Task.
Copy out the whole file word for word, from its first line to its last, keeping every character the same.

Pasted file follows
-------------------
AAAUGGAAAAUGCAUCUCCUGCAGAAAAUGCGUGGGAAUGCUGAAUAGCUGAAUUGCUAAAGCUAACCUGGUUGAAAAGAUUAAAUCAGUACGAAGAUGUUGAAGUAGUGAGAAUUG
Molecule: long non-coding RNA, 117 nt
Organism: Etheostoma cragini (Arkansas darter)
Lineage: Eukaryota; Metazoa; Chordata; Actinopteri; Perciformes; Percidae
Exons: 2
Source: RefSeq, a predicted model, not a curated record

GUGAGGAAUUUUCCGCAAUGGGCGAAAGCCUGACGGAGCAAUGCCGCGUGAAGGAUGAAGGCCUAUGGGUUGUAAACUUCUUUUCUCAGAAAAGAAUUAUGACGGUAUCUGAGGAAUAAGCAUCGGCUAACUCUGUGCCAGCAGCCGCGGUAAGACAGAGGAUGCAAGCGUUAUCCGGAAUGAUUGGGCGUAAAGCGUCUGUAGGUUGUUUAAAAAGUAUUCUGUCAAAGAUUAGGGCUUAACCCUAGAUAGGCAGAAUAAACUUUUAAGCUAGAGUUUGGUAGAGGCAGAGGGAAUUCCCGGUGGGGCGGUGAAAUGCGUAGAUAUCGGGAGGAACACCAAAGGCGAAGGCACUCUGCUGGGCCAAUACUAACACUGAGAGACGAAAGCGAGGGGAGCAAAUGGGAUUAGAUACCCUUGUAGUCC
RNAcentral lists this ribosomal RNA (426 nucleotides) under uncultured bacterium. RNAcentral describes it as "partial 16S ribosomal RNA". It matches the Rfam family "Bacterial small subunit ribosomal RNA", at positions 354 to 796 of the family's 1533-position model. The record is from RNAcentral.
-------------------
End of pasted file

AAAUGGAAAAUGCAUCUCCUGCAGAAAAUGCGUGGGAAUGCUGAAUAGCUGAAUUGCUAAAGCUAACCUGGUUGAAAAGAUUAAAUCAGUACGAAGAUGUUGAAGUAGUGAGAAUUG
Molecule: long non-coding RNA, 117 nt
Organism: Etheostoma cragini (Arkansas darter)
Lineage: Eukaryota; Metazoa; Chordata; Actinopteri; Perciformes; Percidae
Exons: 2
Source: RefSeq, a predicted model, not a curated record

GUGAGGAAUUUUCCGCAAUGGGCGAAAGCCUGACGGAGCAAUGCCGCGUGAAGGAUGAAGGCCUAUGGGUUGUAAACUUCUUUUCUCAGAAAAGAAUUAUGACGGUAUCUGAGGAAUAAGCAUCGGCUAACUCUGUGCCAGCAGCCGCGGUAAGACAGAGGAUGCAAGCGUUAUCCGGAAUGAUUGGGCGUAAAGCGUCUGUAGGUUGUUUAAAAAGUAUUCUGUCAAAGAUUAGGGCUUAACCCUAGAUAGGCAGAAUAAACUUUUAAGCUAGAGUUUGGUAGAGGCAGAGGGAAUUCCCGGUGGGGCGGUGAAAUGCGUAGAUAUCGGGAGGAACACCAAAGGCGAAGGCACUCUGCUGGGCCAAUACUAACACUGAGAGACGAAAGCGAGGGGAGCAAAUGGGAUUAGAUACCCUUGUAGUCC
RNAcentral lists this ribosomal RNA (426 nucleotides) under uncultured bacterium. RNAcentral describes it as "partial 16S ribosomal RNA". It matches the Rfam family "Bacterial small subunit ribosomal RNA", at positions 354 to 796 of the family's 1533-position model. The record is from RNAcentral.